As for the market, that’s already clear. Organic food is way more expensive, and actually a luxury item. If you have to feed a family and you earn average wages you’ll run out of money before the first week is over.

    I guess that answers also what value people attach to the welfare of animals. As long as it doesn’t make them go hungry they are all for it, but if they are starving the family dog is the first one to meet his maker.

    So, if people want to believe organic food is good and they are willing to pay the price, good for them. Personally i’ll eat whatever has a fair price, organic or not.

    Btw, here in France its standard to eat a raw egg with raw beef. Also unpasteurized milkproducts are fairly common. Afaik France doesn’t have dis-proportionally large numbers of salmonella cases.

  11. a.lokin says:

    “Organic” is a way of life, a political point of view, and a social perspective in addition to a set of farming practices. Attend a large, national conference devoted to organic farming such as the annual EcoFarm event in Asilomar, CA, and one finds a fairly homogenous group with skepticism and objectivity in very short supply.

    No surprise that Bittman expands the definition or “nutritious”; every organic grower I have spoken to sees their farm as a holistic enterprise, not a collection of narrowly defined components.

  12. pseudonymoniae says:

    It might be worth noting the sad statement about the quality of modern journalism when Mark Bittman provides commentary for the New York Times on this issue.

    So far as I can tell the closest thing he has to a “qualification” on this topic is having written a few books for uninformed foodies. This would hardly be a problem (as it doesn’t follow that credentials somehow imbue a person with inherently valid arguments), except that his writings on organic food indicate he clearly lacks ANY knowledge sufficient to analyze studies on this topic. Take a look at a few of his posts. He often doesn’t even cite the primary literature. He links to Huffington Post articles and “organic” propaganda sites.

    As Steve elucidates so clearly, the organic vs conventional debate is not based upon reason but fallacy.

    I think most people, myself included, are quite welcoming of criticisms of modern agricultural practices and wholly support any movement which calls for better practices. If conventional agriculture produces food that has higher than needed pesticide levels and promotes the spread of bacterial resistance genes, this may be an actual cause for a concern–one which I would love to see some unbiased third party investigate. However, the “organic” movement is neither an unbiased third party, nor a legitimate, reasonable alternative to poor agricultural practices.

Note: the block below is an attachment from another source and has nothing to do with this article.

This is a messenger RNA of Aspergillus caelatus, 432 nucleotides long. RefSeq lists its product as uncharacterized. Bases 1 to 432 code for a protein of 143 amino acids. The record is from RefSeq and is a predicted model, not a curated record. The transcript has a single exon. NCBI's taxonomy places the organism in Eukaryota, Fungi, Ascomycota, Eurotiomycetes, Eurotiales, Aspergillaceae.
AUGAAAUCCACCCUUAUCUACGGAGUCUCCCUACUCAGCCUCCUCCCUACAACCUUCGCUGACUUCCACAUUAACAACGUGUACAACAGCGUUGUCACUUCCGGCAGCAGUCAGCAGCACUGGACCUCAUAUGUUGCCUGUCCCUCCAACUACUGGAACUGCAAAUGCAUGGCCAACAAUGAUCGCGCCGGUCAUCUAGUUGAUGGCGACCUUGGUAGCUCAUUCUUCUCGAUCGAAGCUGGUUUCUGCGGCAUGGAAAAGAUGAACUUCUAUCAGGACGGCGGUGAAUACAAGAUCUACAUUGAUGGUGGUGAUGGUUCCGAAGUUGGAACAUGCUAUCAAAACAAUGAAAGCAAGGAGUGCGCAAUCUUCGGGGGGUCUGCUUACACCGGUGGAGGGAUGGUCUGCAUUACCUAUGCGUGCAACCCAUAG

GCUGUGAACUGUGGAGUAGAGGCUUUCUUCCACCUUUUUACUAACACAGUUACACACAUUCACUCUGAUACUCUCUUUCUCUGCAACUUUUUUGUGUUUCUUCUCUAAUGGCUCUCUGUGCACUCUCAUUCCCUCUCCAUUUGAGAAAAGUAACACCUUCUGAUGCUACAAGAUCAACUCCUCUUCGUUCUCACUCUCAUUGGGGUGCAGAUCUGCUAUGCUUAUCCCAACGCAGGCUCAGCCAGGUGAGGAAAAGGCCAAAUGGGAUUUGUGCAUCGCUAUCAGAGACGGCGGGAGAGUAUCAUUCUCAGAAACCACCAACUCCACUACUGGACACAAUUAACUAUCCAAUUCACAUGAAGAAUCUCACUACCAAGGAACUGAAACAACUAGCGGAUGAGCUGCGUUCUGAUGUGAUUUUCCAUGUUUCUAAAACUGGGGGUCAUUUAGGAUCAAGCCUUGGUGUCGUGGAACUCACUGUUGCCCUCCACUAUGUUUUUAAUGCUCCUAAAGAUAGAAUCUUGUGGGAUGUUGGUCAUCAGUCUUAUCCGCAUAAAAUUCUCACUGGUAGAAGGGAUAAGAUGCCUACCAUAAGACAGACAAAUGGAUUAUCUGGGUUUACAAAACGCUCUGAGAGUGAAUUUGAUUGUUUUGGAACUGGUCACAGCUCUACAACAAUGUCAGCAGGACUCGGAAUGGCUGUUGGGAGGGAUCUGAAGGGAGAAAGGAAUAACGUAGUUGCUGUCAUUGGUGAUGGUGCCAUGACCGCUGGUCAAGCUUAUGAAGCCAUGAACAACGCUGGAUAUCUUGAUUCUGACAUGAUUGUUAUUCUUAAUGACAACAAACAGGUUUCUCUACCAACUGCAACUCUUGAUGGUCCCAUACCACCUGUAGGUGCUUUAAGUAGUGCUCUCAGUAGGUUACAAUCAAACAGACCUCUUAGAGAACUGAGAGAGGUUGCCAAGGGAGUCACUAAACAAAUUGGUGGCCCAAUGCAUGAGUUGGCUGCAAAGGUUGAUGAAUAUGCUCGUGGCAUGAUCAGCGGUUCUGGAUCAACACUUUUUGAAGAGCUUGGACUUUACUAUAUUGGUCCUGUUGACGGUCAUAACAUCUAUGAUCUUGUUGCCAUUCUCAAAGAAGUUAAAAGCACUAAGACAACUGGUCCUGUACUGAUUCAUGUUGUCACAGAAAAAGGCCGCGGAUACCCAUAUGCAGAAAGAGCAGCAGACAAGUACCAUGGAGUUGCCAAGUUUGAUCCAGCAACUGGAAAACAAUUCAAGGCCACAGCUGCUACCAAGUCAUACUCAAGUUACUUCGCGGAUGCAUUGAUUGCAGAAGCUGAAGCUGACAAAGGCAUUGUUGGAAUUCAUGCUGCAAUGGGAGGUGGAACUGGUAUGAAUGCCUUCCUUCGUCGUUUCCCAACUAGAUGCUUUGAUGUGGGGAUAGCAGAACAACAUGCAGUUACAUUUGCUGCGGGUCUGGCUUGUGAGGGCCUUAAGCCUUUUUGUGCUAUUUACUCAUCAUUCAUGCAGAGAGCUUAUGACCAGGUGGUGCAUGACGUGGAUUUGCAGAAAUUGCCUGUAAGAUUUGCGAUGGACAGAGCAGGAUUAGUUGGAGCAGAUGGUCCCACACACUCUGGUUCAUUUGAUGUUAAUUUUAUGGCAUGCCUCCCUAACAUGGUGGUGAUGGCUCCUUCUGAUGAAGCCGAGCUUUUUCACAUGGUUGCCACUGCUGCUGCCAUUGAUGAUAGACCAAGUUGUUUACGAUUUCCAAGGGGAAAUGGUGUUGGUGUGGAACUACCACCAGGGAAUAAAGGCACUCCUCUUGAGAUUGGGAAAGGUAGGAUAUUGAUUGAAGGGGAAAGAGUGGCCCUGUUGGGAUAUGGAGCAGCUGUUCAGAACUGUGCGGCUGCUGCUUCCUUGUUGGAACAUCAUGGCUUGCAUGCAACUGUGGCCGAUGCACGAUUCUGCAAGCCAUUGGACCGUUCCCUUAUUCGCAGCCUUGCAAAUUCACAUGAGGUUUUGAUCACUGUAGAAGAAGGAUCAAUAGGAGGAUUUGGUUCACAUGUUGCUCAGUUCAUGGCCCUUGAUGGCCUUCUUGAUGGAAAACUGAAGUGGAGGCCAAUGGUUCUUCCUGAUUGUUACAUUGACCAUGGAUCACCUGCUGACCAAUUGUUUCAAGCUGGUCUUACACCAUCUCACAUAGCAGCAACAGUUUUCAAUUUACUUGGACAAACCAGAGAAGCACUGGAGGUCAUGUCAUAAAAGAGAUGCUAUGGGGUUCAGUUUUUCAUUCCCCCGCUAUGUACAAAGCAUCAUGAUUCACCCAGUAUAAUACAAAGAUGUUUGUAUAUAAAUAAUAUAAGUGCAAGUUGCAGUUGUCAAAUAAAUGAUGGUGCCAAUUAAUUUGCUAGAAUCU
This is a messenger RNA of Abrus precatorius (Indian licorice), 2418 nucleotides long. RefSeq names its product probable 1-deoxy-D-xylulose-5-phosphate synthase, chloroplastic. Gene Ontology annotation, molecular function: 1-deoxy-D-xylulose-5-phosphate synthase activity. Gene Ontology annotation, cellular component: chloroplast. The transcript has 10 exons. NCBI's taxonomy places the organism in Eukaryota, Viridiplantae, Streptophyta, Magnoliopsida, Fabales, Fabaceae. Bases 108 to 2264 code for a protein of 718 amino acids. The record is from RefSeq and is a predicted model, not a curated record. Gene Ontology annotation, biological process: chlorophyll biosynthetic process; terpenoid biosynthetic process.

In 2012, you’d think we might have something better to offer.

  13. Thadius says:

    I agree with the notion that term “Organic” is nothing but a marketing devise loosely related to cretin agricultural practices. The way people involved in the culture of organic food defend the idea of “Organic” or any claim made in the name of “Organic” food without regard to evidence saddens me. Living in Rural Colorado i do support food produced locally in non-industrial or at least less-industrial ways. I do so purely on ideological social-economic grounds. That is I believe small farms with local distribution are better for the farmers and the environment (less fuel used to transport the goods if done properly). I think that few people would contest that modern industrial mono culture farming is detrimental to the economy and the environment, but the claim that a tomato grown with or without pesticide has more or less nutritional value is baseless and illogical. There are very good arguments for small economy and even organic method food production, none need be made up.

  14. ccbowers says: